As Hurricane Irma approached the islands of Turks and Caicos as a Category 5, residents of coastal Georgia were urged to prepare to evacuate, Channel 2 Action News meteorologist Brad Nitz said Thursday afternoon.
Currently, Irma is expected to hit the Florida Keys and peninsula tip Saturday morning as a Category 4 hurricane.
How is Irma similar to Hurricane Matthew?
The majority of projected paths that Irma could take follow Matthew’s track from last year, but the biggest difference in these storms is intensity, Nitz said.
Because forecasts show Irma taking a hard right turn toward the east, Irma could hit Georgia’s coast as a Category 3 storm whereas Matthew was a Category 2 that weakened to a Category 1 as it made landfall.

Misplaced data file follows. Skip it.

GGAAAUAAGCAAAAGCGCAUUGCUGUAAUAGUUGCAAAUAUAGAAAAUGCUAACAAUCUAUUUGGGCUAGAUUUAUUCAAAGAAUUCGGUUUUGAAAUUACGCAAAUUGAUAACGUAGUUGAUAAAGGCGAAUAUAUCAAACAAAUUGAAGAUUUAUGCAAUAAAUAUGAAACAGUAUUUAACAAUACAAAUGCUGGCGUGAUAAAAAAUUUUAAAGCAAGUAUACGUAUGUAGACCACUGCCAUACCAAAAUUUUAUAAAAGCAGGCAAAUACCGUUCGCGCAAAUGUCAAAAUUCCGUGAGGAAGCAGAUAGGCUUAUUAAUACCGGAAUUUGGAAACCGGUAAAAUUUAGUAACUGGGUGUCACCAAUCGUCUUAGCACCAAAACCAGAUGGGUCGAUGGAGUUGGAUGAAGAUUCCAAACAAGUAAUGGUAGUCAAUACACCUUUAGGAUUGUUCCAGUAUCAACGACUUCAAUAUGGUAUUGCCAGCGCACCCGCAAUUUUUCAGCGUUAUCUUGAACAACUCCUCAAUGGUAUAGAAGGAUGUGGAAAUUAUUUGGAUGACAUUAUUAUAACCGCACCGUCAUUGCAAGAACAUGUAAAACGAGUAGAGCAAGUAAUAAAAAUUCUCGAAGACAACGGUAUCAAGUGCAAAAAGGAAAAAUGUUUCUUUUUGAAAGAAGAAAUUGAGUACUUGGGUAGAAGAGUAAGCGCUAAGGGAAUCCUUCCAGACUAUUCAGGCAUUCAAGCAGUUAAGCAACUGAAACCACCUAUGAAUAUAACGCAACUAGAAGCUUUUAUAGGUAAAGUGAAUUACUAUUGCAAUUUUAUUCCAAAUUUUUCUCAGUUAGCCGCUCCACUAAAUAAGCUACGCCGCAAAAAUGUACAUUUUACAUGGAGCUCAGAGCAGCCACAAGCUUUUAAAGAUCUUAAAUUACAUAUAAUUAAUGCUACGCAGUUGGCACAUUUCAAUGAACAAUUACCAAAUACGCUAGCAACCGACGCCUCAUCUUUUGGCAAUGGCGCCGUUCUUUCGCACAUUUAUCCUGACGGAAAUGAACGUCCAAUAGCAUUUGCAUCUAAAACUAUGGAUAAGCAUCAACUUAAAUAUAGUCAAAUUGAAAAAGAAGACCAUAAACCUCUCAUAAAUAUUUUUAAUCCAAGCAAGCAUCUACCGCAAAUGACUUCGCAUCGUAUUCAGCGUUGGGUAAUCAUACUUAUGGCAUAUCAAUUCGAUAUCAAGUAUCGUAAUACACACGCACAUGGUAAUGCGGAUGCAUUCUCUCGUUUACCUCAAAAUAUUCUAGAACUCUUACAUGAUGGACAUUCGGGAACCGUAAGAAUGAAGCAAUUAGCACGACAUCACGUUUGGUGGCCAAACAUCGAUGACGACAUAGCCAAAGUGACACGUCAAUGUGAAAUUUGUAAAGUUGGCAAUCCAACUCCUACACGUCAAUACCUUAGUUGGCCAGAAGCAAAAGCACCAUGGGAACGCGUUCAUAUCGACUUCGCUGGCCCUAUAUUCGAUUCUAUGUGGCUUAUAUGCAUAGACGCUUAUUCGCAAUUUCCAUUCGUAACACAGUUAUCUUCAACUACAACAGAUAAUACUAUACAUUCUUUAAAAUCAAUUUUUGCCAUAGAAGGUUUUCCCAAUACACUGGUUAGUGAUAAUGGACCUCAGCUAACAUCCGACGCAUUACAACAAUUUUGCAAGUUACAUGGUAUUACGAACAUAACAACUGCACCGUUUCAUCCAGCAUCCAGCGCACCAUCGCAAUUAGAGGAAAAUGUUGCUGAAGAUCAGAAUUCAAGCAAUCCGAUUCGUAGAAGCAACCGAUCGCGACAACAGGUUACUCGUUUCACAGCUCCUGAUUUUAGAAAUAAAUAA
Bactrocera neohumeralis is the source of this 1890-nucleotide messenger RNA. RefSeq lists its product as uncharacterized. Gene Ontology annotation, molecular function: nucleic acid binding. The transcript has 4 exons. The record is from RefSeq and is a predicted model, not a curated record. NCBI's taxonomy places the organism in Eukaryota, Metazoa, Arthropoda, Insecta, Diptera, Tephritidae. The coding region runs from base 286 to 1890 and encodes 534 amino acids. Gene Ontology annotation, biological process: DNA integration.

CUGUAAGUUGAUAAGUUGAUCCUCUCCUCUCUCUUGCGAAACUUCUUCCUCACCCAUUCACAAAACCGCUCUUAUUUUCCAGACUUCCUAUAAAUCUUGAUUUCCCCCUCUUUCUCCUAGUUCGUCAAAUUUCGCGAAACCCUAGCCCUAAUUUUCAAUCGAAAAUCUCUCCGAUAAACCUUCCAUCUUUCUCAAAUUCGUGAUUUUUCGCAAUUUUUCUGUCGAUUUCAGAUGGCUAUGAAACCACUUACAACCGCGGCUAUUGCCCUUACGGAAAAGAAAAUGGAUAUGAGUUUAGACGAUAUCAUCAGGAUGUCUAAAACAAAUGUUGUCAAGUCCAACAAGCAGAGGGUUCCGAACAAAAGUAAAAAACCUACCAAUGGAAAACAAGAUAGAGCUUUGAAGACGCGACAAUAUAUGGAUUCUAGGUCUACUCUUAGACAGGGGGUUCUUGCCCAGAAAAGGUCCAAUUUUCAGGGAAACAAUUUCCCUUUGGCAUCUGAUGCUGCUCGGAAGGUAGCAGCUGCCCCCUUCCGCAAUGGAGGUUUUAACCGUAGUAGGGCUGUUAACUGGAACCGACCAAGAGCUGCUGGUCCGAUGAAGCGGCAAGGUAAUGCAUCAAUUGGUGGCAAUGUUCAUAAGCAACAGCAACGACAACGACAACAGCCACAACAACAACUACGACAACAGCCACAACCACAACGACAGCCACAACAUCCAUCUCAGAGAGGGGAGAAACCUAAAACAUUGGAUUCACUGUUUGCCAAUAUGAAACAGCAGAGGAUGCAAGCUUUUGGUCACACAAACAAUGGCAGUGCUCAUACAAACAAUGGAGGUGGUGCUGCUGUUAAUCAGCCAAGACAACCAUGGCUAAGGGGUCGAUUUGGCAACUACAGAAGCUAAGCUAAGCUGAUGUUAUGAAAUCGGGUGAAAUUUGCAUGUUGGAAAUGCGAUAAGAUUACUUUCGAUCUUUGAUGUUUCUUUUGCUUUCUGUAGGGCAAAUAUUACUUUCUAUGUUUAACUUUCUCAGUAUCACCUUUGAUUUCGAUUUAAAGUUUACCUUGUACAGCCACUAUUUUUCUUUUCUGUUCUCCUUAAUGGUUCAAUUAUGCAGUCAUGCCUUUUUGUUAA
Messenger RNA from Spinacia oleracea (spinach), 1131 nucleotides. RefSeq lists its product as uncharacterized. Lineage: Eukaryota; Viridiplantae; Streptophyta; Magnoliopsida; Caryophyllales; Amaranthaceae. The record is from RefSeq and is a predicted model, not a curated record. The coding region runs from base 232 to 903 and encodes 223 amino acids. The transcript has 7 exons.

The impacts of wind gusts and storm surge are going to be much more significant with Irma, Nitz said.
When is the best time to evacuate for Georgia residents?
Gov. Nathan Deal extended a state of emergency to 24 additional coastal counties Thursday, bringing the total to 30.
Residents have a few days to board up oceanfront homes and hit the highways, but Nitz said traffic is only going to worsen.
Deal announced that eastbound ramps of I-16 will close at 8 a.m. Saturday, and only westbound traffic will be allowed.
Where are winds the strongest in a hurricane?
Nitz said the strongest hurricane force winds, which are at 175 mph and expected to sustain those speeds as Irma grazes Cuba on Saturday morning, are around the eyewall.
Those winds that encircle the eye and the winds to the east of where the hurricane is heading are the most dangerous, Nitz said.